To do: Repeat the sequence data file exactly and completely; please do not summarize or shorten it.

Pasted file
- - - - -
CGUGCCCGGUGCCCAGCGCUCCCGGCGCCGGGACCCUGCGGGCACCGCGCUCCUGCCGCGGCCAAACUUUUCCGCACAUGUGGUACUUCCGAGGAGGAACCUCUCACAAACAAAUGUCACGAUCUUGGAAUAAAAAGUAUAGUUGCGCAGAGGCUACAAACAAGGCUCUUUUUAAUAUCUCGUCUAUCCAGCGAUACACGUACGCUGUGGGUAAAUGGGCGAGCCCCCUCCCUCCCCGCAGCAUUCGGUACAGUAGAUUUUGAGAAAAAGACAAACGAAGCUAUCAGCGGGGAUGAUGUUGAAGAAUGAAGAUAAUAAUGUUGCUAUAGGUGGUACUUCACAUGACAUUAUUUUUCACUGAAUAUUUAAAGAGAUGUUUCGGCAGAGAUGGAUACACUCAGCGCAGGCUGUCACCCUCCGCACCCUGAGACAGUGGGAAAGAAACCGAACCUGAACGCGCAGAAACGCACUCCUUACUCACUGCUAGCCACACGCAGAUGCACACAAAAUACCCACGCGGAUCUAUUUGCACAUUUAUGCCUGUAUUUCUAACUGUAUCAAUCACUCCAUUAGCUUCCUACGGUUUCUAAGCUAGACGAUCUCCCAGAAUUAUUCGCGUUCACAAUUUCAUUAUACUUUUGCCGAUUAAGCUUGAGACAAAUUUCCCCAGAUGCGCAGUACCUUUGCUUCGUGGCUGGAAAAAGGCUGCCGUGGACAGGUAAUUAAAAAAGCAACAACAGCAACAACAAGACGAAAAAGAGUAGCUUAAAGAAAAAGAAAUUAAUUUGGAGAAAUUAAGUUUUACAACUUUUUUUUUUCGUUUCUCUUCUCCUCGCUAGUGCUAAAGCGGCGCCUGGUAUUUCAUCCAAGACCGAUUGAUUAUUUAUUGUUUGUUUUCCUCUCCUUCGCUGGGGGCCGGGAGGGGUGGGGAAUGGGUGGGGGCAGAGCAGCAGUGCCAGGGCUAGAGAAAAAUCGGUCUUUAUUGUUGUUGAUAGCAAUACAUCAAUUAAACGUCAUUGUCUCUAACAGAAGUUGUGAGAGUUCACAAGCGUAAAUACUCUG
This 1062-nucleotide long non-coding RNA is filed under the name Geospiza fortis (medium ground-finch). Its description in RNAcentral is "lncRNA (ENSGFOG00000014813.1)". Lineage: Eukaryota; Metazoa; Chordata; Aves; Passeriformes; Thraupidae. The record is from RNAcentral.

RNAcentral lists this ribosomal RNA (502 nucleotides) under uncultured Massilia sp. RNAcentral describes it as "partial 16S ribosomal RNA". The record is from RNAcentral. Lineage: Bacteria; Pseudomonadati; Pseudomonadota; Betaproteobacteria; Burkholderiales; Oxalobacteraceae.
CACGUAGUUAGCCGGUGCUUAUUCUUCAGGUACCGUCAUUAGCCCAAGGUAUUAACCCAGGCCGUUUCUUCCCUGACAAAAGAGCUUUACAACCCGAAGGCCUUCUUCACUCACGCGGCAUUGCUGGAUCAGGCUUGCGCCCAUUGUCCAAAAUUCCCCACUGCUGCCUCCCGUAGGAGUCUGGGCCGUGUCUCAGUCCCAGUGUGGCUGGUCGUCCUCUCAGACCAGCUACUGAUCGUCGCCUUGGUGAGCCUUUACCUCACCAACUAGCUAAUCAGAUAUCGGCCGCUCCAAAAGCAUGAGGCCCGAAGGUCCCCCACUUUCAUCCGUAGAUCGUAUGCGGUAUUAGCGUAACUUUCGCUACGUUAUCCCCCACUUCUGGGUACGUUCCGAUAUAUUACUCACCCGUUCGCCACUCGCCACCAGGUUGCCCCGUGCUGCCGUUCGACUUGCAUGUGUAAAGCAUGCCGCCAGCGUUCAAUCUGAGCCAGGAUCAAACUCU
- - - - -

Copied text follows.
CGUGCCCGGUGCCCAGCGCUCCCGGCGCCGGGACCCUGCGGGCACCGCGCUCCUGCCGCGGCCAAACUUUUCCGCACAUGUGGUACUUCCGAGGAGGAACCUCUCACAAACAAAUGUCACGAUCUUGGAAUAAAAAGUAUAGUUGCGCAGAGGCUACAAACAAGGCUCUUUUUAAUAUCUCGUCUAUCCAGCGAUACACGUACGCUGUGGGUAAAUGGGCGAGCCCCCUCCCUCCCCGCAGCAUUCGGUACAGUAGAUUUUGAGAAAAAGACAAACGAAGCUAUCAGCGGGGAUGAUGUUGAAGAAUGAAGAUAAUAAUGUUGCUAUAGGUGGUACUUCACAUGACAUUAUUUUUCACUGAAUAUUUAAAGAGAUGUUUCGGCAGAGAUGGAUACACUCAGCGCAGGCUGUCACCCUCCGCACCCUGAGACAGUGGGAAAGAAACCGAACCUGAACGCGCAGAAACGCACUCCUUACUCACUGCUAGCCACACGCAGAUGCACACAAAAUACCCACGCGGAUCUAUUUGCACAUUUAUGCCUGUAUUUCUAACUGUAUCAAUCACUCCAUUAGCUUCCUACGGUUUCUAAGCUAGACGAUCUCCCAGAAUUAUUCGCGUUCACAAUUUCAUUAUACUUUUGCCGAUUAAGCUUGAGACAAAUUUCCCCAGAUGCGCAGUACCUUUGCUUCGUGGCUGGAAAAAGGCUGCCGUGGACAGGUAAUUAAAAAAGCAACAACAGCAACAACAAGACGAAAAAGAGUAGCUUAAAGAAAAAGAAAUUAAUUUGGAGAAAUUAAGUUUUACAACUUUUUUUUUUCGUUUCUCUUCUCCUCGCUAGUGCUAAAGCGGCGCCUGGUAUUUCAUCCAAGACCGAUUGAUUAUUUAUUGUUUGUUUUCCUCUCCUUCGCUGGGGGCCGGGAGGGGUGGGGAAUGGGUGGGGGCAGAGCAGCAGUGCCAGGGCUAGAGAAAAAUCGGUCUUUAUUGUUGUUGAUAGCAAUACAUCAAUUAAACGUCAUUGUCUCUAACAGAAGUUGUGAGAGUUCACAAGCGUAAAUACUCUG
This 1062-nucleotide long non-coding RNA is filed under the name Geospiza fortis (medium ground-finch). Its description in RNAcentral is "lncRNA (ENSGFOG00000014813.1)". Lineage: Eukaryota; Metazoa; Chordata; Aves; Passeriformes; Thraupidae. The record is from RNAcentral.

RNAcentral lists this ribosomal RNA (502 nucleotides) under uncultured Massilia sp. RNAcentral describes it as "partial 16S ribosomal RNA". The record is from RNAcentral. Lineage: Bacteria; Pseudomonadati; Pseudomonadota; Betaproteobacteria; Burkholderiales; Oxalobacteraceae.
CACGUAGUUAGCCGGUGCUUAUUCUUCAGGUACCGUCAUUAGCCCAAGGUAUUAACCCAGGCCGUUUCUUCCCUGACAAAAGAGCUUUACAACCCGAAGGCCUUCUUCACUCACGCGGCAUUGCUGGAUCAGGCUUGCGCCCAUUGUCCAAAAUUCCCCACUGCUGCCUCCCGUAGGAGUCUGGGCCGUGUCUCAGUCCCAGUGUGGCUGGUCGUCCUCUCAGACCAGCUACUGAUCGUCGCCUUGGUGAGCCUUUACCUCACCAACUAGCUAAUCAGAUAUCGGCCGCUCCAAAAGCAUGAGGCCCGAAGGUCCCCCACUUUCAUCCGUAGAUCGUAUGCGGUAUUAGCGUAACUUUCGCUACGUUAUCCCCCACUUCUGGGUACGUUCCGAUAUAUUACUCACCCGUUCGCCACUCGCCACCAGGUUGCCCCGUGCUGCCGUUCGACUUGCAUGUGUAAAGCAUGCCGCCAGCGUUCAAUCUGAGCCAGGAUCAAACUCU